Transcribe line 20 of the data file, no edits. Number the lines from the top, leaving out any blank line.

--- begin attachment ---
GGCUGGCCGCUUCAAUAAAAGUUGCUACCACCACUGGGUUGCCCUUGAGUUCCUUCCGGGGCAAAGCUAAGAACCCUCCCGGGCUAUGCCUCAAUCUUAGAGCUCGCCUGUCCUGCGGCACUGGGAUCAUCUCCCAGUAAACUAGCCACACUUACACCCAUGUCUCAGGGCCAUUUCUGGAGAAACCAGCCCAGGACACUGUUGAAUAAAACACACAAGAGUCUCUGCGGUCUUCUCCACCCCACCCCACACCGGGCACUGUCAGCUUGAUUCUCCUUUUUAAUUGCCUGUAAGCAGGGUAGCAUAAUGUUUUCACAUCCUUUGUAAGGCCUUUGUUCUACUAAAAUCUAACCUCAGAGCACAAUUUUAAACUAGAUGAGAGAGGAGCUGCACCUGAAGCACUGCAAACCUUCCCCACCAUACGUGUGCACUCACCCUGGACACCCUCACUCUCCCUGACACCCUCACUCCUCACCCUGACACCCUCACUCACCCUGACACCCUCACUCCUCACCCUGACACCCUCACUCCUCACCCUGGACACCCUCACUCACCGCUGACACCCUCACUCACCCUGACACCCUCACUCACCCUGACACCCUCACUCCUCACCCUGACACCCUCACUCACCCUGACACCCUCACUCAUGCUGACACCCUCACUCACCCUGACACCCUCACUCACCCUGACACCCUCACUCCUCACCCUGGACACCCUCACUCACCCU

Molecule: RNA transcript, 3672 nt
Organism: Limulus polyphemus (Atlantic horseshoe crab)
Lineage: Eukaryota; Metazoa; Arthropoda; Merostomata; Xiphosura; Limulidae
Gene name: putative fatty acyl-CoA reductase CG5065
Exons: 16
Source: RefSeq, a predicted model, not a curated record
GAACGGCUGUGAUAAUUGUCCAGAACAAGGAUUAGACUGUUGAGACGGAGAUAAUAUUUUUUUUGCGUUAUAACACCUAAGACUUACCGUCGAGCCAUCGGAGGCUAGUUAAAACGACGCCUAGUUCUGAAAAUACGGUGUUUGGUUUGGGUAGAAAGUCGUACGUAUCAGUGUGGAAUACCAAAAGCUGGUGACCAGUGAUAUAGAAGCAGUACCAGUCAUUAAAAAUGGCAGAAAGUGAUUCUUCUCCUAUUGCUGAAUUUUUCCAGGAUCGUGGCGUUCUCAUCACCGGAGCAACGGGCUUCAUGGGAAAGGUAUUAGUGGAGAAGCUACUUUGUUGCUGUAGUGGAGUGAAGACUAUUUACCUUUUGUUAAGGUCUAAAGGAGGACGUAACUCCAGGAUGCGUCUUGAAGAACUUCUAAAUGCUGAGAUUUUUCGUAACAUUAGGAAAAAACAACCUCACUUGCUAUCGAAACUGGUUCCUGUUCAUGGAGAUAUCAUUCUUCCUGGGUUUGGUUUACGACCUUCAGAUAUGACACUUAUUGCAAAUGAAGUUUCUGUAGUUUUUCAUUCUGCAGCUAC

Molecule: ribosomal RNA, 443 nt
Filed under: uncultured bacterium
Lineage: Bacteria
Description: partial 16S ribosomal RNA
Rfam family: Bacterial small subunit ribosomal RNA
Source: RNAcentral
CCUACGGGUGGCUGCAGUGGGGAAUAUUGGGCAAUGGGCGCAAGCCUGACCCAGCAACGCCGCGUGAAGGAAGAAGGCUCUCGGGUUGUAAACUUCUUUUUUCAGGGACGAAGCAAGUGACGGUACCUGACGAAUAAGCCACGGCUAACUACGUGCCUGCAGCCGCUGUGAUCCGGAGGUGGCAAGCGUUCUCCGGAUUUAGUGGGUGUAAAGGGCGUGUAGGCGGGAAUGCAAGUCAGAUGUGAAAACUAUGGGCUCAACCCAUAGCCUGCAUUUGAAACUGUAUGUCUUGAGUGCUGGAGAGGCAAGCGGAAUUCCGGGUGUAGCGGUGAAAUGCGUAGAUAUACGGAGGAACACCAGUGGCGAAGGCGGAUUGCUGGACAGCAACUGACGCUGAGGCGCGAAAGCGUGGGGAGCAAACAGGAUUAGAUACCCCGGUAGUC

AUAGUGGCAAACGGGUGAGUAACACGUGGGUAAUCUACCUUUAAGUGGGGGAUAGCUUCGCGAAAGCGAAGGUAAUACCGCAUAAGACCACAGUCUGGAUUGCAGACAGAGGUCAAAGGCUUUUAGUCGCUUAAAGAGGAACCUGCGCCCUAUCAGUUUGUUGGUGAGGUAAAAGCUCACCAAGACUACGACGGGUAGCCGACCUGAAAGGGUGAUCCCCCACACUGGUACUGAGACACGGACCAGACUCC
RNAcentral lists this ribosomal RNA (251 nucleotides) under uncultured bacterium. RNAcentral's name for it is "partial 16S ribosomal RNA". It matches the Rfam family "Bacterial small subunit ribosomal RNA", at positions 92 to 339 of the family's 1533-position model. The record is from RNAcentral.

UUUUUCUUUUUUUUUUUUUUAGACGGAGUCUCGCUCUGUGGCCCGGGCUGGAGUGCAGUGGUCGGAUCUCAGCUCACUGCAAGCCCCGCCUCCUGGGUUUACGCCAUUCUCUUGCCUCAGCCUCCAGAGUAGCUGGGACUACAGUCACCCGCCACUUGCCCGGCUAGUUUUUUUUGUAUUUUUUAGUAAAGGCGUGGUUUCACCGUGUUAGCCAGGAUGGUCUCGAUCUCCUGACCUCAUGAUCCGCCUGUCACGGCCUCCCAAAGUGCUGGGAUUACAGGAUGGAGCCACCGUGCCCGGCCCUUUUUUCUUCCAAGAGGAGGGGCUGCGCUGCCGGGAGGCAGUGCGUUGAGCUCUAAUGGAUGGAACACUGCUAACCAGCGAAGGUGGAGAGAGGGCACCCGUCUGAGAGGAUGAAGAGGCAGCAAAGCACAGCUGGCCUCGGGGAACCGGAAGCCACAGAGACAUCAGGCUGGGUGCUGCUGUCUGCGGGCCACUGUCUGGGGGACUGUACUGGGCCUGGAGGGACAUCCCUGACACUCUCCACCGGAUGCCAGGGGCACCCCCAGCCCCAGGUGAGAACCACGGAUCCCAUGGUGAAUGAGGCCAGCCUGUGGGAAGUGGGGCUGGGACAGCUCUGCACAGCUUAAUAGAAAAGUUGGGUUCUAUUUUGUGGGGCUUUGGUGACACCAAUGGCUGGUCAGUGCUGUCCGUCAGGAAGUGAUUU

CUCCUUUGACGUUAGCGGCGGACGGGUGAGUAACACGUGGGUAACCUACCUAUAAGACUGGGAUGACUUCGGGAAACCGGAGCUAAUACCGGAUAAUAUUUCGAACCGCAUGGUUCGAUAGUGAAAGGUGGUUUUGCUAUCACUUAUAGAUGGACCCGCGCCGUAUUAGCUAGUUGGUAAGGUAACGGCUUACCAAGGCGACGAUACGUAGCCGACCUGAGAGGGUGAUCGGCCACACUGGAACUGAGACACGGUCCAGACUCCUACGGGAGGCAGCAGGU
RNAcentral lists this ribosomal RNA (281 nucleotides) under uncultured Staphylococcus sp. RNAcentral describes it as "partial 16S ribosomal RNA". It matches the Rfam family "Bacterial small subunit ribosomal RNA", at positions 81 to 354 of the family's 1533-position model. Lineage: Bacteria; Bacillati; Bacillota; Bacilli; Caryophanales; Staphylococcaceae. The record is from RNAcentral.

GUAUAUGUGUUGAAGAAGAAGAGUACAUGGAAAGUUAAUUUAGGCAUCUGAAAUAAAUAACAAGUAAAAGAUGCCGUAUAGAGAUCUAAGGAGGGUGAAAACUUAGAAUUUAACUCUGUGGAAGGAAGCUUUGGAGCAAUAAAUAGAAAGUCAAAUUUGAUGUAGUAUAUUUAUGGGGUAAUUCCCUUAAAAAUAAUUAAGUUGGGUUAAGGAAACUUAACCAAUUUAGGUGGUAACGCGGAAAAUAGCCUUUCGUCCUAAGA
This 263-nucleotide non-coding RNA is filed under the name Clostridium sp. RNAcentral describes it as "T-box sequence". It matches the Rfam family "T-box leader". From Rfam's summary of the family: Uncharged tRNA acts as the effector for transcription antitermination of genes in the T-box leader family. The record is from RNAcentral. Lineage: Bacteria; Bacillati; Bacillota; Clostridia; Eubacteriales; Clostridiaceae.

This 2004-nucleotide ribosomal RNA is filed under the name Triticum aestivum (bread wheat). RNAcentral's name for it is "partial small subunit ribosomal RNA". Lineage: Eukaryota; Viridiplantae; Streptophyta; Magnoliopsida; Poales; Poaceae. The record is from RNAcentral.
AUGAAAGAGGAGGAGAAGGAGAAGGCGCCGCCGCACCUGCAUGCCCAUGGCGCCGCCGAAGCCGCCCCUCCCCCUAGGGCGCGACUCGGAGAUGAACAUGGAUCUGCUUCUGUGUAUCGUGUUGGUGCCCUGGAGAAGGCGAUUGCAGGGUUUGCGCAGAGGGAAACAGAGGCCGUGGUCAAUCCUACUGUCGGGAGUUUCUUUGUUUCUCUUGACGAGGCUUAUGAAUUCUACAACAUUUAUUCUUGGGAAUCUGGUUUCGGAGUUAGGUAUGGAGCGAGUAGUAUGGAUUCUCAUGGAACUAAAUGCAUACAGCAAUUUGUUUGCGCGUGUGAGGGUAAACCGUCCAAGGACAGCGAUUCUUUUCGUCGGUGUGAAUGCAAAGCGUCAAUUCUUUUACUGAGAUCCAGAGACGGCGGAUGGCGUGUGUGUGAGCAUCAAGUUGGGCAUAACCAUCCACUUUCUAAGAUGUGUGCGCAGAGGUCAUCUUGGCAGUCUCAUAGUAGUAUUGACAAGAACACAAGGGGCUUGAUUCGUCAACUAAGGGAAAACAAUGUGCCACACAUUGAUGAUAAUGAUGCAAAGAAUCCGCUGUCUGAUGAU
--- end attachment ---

RNAcentral lists this ribosomal RNA (281 nucleotides) under uncultured Staphylococcus sp. RNAcentral describes it as "partial 16S ribosomal RNA". It matches the Rfam family "Bacterial small subunit ribosomal RNA", at positions 81 to 354 of the family's 1533-position model. Lineage: Bacteria; Bacillati; Bacillota; Bacilli; Caryophanales; Staphylococcaceae. The record is from RNAcentral.